By Diane Chase, Adirondack Family Activities™
When I first moved to the Adirondacks I never took in consideration hunting season as having an effect on my outdoor activities. Yes, I realize that was naïve of me but I have no experience with hunting and had only hiked in the summer. During those warm months gun safety is not on a non-hunter’s radar. Since I can’t be the only person in this predicament, here are some simple rules to keep in mind.
There is room enough in a six-million-acre park for hunters and hikers. My children are well aware of what they need to do to be safe. We unpack our blaze orange vests and hats and stick to the trail. It is this time of year that I encourage them to talk loudly and stick together.
1) Don’t be afraid; be cautious.
2) Be informed of what is “in season.” There are a variety of hunting seasons from muzzleloading and bowhunting to rifle season. For the Northern Zone, Big Game (deer and bear) “regular” hunting season starts the last Saturday in October and runs through the first Sunday in December.
3) All state land is open to hunters.
4) As much as fluorescent clothing is an 80s fashion faux pas, it should be a hiker’s Vitamin C – as in “very good for your health.”
5) Keep in mind that hunters are not hunting you but wear bright colors as a precaution.
6) Keep to the trail. Assume hunters are aware of where the trails are.
7) If you are still worried, choose a safe place to hike like the Adirondack Mountain Club Reserve (AMC) or the Adirondack Visitors’ Center in Newcomb where no hunting is allowed.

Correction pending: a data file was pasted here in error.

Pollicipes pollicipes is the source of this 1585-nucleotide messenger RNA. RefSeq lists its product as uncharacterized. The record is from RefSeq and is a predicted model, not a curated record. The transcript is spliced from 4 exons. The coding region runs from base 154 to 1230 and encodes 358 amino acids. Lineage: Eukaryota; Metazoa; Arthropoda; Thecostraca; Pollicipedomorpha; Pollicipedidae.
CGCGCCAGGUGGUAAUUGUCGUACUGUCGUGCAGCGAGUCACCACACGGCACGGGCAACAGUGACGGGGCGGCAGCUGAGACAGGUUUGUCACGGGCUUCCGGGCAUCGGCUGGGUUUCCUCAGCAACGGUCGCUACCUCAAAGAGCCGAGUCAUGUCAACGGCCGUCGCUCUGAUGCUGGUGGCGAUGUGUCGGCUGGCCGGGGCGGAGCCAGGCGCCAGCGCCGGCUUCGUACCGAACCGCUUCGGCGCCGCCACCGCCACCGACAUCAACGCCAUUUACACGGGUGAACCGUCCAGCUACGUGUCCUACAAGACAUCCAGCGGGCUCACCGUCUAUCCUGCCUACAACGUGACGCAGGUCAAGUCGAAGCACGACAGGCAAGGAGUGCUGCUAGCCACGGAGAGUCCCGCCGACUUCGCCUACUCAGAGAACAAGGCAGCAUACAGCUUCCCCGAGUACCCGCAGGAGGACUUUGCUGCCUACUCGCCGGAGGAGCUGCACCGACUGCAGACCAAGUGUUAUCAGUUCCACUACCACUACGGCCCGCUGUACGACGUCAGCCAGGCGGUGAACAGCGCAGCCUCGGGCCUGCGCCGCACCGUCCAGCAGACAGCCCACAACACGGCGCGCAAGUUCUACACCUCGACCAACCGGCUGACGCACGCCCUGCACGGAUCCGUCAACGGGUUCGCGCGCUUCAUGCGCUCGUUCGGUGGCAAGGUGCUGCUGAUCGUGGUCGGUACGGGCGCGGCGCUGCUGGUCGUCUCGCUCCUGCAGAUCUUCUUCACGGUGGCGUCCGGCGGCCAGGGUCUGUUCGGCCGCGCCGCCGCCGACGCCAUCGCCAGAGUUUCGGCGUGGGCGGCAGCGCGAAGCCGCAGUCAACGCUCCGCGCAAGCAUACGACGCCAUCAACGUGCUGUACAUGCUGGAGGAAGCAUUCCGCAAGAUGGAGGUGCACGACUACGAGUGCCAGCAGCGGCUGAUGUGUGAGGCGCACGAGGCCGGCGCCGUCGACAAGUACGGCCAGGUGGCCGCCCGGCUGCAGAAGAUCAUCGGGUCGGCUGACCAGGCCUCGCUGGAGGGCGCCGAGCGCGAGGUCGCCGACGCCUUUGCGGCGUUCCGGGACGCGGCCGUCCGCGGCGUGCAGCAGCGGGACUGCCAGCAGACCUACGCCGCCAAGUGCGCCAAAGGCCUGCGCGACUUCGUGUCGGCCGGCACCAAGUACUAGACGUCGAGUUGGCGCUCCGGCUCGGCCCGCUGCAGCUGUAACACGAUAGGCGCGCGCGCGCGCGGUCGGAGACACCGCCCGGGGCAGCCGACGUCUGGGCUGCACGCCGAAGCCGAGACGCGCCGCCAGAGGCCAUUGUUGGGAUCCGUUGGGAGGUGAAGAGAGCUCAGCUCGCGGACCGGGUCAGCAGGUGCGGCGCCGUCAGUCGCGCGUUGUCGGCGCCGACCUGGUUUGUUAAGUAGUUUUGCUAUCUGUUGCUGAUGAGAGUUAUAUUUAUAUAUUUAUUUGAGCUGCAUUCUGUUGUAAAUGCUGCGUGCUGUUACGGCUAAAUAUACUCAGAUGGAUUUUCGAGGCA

8) If you hike with an animal remember to dress the dog in highly visible gear. An orange bandana and vest usually does the trick.
9) There are a lot of areas that are not laden with game so choose those places to go hiking and keep away from really popular spots. If a parking lot or road side is lined with cars with gun racks, take that as being popular.
10) Talk in a loud voice if you feel that you are in a dangerous spot. If you have children this shouldn’t be an issue, at least not with mine. They are rarely silent so any “game” would either cling to them for safety or is long gone.
Most importantly enjoy yourself and know that with a little bit of knowledge there is room for all to enjoy a hike in the woods.
Photo by Holly Garner-Jackson and used with the permission of Woodwind Gallery in Machias, ME
content © Diane Chase, Adirondack Family Activities ™. Diane is the author of the Adirondack Family Activities Guidebook Series including the recent released Adirondack Family Time: Tri-Lakes and High Peaks Your Guide to Over 300 Activities for Lake Placid, Saranac Lake, Tupper Lake, Keene, Jay and Wilmington areas (with GPS coordinates) This is the first book of a four-book series of Adirondack Family Activities. The next three editions will cover Plattsburgh to Ticonderoga, Long Lake to Old Forge and Newcomb to Lake George.